Mon, 15 July 2024

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By Christina Georgaki
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We must not restart trade talks with China

3 min read

The government would be wrong to re-start trade talks with China. We cannot offer tough rhetoric on the importance of defending human rights while also cosying up to a country that commits genocide against its own people.

The government’s lack of cohesion or purpose when it comes to China is all too evident. The Chancellor is calling for a China-UK trade summit to reopen trade talks with Beijing, despite the appalling behaviour of the Chinese government at home and abroad.

Whether it is the CCP’s illegal seizure and militarisation of the South China seas or the trashing of the Sino/British agreement on Hong Kong, the Treasury seems ready to turn a blind eye to it all.

Yet as if to counter that call, the Deputy Prime Minister has rightly ripped up a multi-million-pound contract with a company after it was revealed that 42 per cent of their parts were produced in factories in Xinjiang. He knows, even if the Treasury doesn’t seem to, that China uses slave Labour, particularly in Xinjiang.

It beggars belief that we are about to re-invent the failed project kowtow

So, before the Treasury and Downing Street get their way in renewing the failed “Golden Decade” approach of the previous Chancellor, George Osborne, the government should consider the charge sheet against Xi Jinping and the CCP.

Let’s start with Sir Geoffrey Nice QC’s tribunal that found beyond reasonable doubt that genocide is being carried out against the Uyghur people in Xinjiang. Leaked classified documents prove this policy came from the very top of the CCP – President Xi himself.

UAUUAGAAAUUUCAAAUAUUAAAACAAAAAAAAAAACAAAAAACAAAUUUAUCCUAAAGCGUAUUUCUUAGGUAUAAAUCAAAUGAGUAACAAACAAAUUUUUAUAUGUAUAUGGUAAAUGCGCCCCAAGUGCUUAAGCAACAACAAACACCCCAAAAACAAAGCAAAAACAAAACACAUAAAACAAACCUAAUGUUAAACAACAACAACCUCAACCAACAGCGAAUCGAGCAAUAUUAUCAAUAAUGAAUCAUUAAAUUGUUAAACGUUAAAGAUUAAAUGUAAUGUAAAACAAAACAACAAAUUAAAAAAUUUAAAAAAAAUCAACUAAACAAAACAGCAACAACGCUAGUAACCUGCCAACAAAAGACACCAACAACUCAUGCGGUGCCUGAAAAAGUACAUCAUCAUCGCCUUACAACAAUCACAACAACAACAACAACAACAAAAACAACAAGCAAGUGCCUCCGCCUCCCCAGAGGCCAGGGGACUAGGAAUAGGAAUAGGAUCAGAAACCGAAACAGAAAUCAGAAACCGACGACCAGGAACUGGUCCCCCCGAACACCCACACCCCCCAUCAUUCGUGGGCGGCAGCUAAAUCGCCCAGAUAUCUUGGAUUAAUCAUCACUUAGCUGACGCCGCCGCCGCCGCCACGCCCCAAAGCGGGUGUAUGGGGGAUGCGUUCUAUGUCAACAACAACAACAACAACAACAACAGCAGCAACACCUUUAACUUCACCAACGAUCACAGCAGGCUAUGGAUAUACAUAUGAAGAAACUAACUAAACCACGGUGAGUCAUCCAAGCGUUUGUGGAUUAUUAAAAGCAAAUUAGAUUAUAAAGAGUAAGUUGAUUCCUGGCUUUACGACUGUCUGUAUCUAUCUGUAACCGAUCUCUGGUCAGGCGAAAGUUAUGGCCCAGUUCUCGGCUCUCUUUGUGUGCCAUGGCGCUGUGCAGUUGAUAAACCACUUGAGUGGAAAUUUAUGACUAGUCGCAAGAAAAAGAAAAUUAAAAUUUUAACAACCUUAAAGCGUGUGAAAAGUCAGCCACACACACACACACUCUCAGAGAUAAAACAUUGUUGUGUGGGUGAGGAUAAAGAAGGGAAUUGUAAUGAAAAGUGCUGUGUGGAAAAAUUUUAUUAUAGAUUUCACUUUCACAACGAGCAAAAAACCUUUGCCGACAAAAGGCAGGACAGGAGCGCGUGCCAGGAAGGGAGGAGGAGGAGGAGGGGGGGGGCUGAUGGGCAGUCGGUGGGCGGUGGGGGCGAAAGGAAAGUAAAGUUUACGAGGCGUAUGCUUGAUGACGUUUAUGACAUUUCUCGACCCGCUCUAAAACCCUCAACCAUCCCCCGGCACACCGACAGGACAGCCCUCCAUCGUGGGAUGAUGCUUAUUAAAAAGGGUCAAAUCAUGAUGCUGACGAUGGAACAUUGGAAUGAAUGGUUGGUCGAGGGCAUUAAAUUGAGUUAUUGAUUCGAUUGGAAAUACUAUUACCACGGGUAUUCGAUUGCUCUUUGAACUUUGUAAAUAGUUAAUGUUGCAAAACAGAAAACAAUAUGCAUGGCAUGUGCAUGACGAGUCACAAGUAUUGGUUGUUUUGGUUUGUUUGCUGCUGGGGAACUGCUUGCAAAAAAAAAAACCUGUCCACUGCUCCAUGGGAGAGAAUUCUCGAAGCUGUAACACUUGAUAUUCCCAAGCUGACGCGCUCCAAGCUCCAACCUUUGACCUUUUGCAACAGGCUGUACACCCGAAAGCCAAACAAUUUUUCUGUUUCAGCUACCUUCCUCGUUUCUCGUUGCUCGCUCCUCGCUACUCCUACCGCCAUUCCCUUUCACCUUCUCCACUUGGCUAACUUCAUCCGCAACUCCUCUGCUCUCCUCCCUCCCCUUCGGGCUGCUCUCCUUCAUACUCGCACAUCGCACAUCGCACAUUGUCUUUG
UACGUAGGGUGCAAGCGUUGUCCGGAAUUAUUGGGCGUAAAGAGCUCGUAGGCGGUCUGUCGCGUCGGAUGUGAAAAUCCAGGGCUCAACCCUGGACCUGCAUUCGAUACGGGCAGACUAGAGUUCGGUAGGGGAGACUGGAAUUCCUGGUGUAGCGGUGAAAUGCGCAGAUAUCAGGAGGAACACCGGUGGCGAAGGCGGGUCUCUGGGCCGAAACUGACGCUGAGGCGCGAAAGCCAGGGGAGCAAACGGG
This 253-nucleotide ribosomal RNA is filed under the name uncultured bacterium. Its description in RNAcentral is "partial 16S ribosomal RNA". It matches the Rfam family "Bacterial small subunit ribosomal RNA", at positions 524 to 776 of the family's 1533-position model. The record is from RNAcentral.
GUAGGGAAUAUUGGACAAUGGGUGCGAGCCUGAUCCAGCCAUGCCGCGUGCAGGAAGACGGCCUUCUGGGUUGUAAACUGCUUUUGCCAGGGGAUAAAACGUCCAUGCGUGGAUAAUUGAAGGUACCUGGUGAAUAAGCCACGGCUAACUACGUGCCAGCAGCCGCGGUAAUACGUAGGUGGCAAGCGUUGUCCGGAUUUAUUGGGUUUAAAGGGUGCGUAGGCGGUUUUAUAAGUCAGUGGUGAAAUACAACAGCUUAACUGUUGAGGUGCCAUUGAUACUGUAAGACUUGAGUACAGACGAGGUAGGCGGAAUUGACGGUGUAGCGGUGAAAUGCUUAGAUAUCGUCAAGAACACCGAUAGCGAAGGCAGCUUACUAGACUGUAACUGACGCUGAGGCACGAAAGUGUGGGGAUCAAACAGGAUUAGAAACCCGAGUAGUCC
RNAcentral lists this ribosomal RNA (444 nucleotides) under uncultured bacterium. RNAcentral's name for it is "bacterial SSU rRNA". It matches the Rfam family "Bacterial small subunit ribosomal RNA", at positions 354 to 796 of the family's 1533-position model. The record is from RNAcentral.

Slave labour, forced sterilisation and indoctrination of Uyghur children add to the charge sheet. Then there is the persecution of Christians and Falun Gong practitioners while the people of Tibet sadly continue to be subject to an extensive forced labour programme. Added to this are the ongoing arrests, on trumped up charges, of peaceful pro-democracy campaigners in Hong Kong. Not to mention the attacks and killing of Indian soldiers on the Himalayan border.

Beyond that, the PRC have threatened war against Taiwan last year and followed that with daily military incursions into Taiwan’s defence zone.

China has been allowed to flout the rules that underpin our global trade and even worse, have a casual attitude to global health rules. Leaving aside the debate about how the Coronavirus originated in China, the fact that the CCP deliberately failed to alert the WHO of the known human-to-human transmission until long after Covid had spread globally, leaving millions dead, exemplifies its attitude to agreements or shared global rules.

Since Covid, our imports from China have rocketed, mostly from imports of PPE clothing and equipment, leaving China as the UK’s third-largest source of imports.

It may also have escaped the notice of those calling for a trade deal, that China is amongst the worst offenders in breaking the WTO rules. It would be quite helpful if those calling for the trade deal had a good hard look at the sweeping sanctions China imposed on Australia after Australia called for an enquiry into the origins of Covid. This is a breach of the rules governing trade arrangements. Remember - rule breakers make bad trade partners.  

With Members of Parliament still sanctioned by the CCP, it beggars belief that we are about to re-invent the failed project kowtow. Instead, we should be looking to diversify our investments with countries like India as well as incentivising strategic manufacturing here in the UK.

We should learn the lesson of the Covid outbreak and see just how dangerous our reliance on China had become. Time to throw away the failed policies of the past that helped create China as a major threat to human rights, democracy and the rule of law.


Sir Iain Duncan Smith is the Conservative MP for Chingford and Woodford Green.

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